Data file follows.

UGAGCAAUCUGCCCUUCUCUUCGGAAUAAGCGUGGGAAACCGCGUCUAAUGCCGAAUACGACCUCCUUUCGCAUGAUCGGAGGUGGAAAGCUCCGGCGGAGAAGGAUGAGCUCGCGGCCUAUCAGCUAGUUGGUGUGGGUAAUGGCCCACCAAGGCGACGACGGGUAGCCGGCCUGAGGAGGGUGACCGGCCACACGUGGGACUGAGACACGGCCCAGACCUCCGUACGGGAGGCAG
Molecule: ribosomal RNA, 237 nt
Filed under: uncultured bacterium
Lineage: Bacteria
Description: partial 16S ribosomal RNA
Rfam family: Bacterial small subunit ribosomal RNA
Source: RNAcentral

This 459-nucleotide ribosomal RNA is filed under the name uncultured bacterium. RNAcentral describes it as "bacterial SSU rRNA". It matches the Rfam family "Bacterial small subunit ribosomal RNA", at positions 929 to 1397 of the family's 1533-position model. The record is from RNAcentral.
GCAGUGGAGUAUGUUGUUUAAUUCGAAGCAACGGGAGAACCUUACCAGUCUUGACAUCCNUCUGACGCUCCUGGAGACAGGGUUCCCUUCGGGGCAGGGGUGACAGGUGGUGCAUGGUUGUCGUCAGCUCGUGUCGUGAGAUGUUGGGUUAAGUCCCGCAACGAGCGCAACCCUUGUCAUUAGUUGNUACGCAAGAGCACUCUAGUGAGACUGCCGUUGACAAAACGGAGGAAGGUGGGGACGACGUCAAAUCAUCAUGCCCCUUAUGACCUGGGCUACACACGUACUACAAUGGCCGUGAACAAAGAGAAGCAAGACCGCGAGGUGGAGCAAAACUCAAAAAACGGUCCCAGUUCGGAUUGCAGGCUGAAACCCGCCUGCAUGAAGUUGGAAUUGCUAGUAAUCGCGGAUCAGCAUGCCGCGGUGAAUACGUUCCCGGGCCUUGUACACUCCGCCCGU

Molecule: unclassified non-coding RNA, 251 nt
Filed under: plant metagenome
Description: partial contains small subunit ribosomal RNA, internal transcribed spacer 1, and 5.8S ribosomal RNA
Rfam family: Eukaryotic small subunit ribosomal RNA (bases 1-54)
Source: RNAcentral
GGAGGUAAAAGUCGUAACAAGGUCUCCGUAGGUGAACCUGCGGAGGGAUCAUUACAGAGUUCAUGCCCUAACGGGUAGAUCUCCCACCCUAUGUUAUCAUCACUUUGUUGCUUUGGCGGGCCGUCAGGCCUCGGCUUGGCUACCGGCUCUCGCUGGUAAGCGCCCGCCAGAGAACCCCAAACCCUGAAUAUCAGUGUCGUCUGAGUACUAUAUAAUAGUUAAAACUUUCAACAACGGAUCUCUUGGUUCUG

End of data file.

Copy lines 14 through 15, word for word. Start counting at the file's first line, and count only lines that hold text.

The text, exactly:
Source: RNAcentral
GGAGGUAAAAGUCGUAACAAGGUCUCCGUAGGUGAACCUGCGGAGGGAUCAUUACAGAGUUCAUGCCCUAACGGGUAGAUCUCCCACCCUAUGUUAUCAUCACUUUGUUGCUUUGGCGGGCCGUCAGGCCUCGGCUUGGCUACCGGCUCUCGCUGGUAAGCGCCCGCCAGAGAACCCCAAACCCUGAAUAUCAGUGUCGUCUGAGUACUAUAUAAUAGUUAAAACUUUCAACAACGGAUCUCUUGGUUCUG